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automatically quantify the "fingerprint" of browser extension - arkteam

Posted by harmelink at 2020-04-07

Original author: oleksii starov and Nick nikiforakis

Original title: nhound: quantifying the fingerprint of browser extensions

The 38th IEEE Symposium on security and privacy (IEEE S & P), 2017

Browser fingerprint is an effective tracking method. The plug-in of browser is often an important element in the fingerprint of browser. However, with the popularity of HTML5 technology and the security problems of plug-in itself, the usage rate of plug-in keeps decreasing, which will inevitably affect the tracking efficiency of browser fingerprint using plug-in list as fingerprint element. It can be predicted that new browser fingerprint elements will be added continuously, so it is of great significance to study new browser fingerprint and its countermeasures.

Ole ksii of Stony Brook University and others designed and implemented the first system that can automatically detect whether extensions can be used for browser fingerprint elements: xhound. The system can automatically detect whether a browser extension has made a detectable change to the page dom. If it can detect the change caused by the extension to the page DOM, it means that the method of detecting the change of the page DOM can be used to detect whether the extension exists in the browser, so that the extension can be regarded as an element of the browser fingerprint, that is, the extension has "fingerprint". The overall framework of xhound is divided into three stages: test preparation, execution and analysis.

1) In the test preparation stage, modify the extended source code, hook query function. And filter out the URL required by the extension from the extension's manifest file. 2) In the execution phase, domain name resolution component is introduced to access specific domain names and resolve the specific URL of extended access to the honey page set up locally. 3) In the analysis stage, comparing the changes of DOM tree before and after, removing the active elements added by honey page (with records), detecting the changes of DOM caused by the expansion, and reaching a conclusion.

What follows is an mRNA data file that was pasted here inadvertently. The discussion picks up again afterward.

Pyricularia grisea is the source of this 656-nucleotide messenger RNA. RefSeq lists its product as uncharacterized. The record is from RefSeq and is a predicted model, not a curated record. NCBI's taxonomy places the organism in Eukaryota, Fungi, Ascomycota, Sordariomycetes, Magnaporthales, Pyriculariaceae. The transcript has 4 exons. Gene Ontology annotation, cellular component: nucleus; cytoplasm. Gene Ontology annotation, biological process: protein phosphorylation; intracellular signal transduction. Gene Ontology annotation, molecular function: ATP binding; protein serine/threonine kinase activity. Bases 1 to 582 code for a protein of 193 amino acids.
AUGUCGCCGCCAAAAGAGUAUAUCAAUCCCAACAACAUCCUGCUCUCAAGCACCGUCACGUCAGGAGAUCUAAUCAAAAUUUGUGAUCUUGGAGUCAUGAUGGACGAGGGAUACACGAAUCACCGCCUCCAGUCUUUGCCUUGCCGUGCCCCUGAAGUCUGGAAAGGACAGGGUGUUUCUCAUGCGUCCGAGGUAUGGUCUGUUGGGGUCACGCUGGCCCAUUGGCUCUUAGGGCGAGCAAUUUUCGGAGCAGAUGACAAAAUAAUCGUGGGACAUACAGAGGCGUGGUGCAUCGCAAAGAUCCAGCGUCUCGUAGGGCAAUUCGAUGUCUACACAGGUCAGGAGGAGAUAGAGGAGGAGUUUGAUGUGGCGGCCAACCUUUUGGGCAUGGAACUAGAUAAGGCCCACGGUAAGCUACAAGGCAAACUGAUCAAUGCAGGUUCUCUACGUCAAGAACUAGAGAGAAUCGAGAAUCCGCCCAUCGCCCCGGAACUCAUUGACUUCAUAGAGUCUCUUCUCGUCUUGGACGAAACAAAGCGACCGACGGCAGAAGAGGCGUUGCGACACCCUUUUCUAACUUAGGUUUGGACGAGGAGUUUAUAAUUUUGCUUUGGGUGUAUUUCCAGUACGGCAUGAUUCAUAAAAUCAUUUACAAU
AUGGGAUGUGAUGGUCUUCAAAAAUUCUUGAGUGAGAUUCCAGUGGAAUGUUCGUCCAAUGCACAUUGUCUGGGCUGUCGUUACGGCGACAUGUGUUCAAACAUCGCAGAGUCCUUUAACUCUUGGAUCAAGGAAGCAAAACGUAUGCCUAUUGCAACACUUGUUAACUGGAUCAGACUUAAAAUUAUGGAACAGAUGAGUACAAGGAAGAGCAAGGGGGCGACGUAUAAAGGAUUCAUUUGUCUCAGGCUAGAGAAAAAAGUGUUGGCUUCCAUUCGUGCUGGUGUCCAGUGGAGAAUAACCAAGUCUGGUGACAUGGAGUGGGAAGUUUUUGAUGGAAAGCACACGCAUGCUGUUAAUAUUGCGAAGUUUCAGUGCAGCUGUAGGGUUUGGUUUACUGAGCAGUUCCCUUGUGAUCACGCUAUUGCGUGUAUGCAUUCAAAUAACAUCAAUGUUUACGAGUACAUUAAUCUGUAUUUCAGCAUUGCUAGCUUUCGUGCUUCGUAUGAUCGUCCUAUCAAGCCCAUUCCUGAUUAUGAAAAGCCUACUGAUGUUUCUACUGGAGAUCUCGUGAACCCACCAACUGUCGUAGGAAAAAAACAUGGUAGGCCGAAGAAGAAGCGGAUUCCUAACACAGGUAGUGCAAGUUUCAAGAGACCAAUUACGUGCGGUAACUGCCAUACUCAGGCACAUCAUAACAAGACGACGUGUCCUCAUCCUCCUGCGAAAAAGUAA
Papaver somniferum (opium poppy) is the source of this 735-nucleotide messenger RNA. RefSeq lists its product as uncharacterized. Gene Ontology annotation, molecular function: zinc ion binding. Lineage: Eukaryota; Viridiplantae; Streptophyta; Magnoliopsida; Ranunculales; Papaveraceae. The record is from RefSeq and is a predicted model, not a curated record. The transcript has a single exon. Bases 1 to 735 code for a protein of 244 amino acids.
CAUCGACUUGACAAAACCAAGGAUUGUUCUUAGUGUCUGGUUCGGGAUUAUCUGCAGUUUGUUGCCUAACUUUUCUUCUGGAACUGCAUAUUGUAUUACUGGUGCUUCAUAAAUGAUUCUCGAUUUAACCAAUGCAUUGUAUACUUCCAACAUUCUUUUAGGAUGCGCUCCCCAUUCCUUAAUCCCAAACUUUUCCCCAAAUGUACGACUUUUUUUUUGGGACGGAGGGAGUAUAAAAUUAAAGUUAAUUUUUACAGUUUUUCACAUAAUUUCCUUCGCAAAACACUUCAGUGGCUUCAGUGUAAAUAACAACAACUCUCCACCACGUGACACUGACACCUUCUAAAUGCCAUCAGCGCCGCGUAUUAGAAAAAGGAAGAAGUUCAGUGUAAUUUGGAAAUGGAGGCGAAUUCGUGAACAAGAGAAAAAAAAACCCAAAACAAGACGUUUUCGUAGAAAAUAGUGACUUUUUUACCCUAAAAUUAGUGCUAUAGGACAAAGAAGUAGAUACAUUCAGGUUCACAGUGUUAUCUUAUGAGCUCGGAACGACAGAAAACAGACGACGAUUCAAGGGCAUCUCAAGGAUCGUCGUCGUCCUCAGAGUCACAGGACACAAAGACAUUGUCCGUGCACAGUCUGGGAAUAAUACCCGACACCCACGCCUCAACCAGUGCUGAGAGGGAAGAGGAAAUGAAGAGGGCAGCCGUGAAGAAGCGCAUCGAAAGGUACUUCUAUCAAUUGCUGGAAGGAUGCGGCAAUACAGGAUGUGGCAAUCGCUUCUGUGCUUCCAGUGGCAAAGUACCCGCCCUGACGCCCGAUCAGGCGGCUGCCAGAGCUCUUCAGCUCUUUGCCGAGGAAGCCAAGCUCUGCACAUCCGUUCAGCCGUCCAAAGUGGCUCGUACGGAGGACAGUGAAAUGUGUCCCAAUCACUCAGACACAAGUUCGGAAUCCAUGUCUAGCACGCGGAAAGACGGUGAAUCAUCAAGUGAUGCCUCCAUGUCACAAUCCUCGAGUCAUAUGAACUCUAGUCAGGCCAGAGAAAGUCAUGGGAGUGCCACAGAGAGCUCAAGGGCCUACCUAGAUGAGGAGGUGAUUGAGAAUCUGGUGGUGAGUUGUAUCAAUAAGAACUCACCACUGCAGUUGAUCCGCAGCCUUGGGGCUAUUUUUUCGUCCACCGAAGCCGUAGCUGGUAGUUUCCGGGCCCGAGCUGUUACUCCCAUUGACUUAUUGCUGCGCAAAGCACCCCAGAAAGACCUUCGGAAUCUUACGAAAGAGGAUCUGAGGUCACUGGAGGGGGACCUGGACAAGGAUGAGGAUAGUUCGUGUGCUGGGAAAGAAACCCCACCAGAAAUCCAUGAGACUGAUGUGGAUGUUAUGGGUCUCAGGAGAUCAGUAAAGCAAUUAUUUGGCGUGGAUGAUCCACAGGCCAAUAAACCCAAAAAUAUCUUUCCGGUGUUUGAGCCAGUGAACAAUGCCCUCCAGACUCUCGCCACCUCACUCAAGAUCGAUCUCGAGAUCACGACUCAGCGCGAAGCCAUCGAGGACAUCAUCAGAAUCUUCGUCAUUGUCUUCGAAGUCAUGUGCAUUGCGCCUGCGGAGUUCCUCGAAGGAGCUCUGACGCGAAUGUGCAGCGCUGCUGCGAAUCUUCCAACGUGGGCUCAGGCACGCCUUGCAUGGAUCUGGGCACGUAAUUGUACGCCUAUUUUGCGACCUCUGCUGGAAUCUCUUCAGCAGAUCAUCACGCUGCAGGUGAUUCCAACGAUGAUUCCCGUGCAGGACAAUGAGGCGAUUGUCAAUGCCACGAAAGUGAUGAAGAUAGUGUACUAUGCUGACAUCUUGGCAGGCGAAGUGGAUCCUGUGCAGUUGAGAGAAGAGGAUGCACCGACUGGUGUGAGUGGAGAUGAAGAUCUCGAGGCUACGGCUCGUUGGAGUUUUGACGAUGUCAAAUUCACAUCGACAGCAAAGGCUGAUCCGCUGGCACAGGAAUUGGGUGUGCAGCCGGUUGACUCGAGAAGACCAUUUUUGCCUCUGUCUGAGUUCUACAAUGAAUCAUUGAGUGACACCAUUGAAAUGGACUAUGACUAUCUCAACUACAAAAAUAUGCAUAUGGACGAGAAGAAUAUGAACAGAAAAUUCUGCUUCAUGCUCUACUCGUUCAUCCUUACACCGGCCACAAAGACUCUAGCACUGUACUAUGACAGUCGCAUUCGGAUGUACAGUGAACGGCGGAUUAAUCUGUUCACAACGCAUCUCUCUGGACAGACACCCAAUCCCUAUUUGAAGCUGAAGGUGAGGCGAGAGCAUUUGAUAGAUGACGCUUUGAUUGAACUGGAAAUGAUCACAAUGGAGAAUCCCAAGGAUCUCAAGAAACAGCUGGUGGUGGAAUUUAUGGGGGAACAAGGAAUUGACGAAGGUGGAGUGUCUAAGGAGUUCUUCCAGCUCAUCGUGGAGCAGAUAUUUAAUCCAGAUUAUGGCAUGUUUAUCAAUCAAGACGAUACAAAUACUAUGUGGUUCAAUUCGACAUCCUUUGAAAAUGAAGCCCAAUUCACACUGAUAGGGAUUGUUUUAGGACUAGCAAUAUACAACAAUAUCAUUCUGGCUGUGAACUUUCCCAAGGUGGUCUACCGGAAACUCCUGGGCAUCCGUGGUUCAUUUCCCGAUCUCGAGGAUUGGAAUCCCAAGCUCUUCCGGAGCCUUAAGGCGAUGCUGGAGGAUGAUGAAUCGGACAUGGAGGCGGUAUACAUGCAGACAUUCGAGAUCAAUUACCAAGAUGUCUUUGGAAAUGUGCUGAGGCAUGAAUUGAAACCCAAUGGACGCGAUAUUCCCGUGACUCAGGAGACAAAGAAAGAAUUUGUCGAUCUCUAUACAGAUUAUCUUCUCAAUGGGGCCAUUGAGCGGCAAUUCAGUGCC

The author uses xhound to detect the top 10000 extensions in the chrome store in a wide range. 9.2% of the extensions introduce detectable DOM changes under any domain name, and 16.6% of the extensions introduce detectable DOM changes under a specific URL. For the top 1000 extensions, the results were 13.2% and 23%, respectively. This shows that the more popular the extension, the higher the detectable rate.

Although xhound can automatically detect whether the extension can be used as fingerprint, it has certain limitations. First, xhound currently only supports detection of chrome and Firefox extensions, and hook functions may not be complete. Secondly, xhound just hooks the function of querying DOM elements and records the changes of DOM, but does not use the changes caused by the extension to the BOM (browser object module). Finally, the extended xhound that requires user configuration for the initial installation cannot be detected. These limitations will lead to a certain false alarm rate.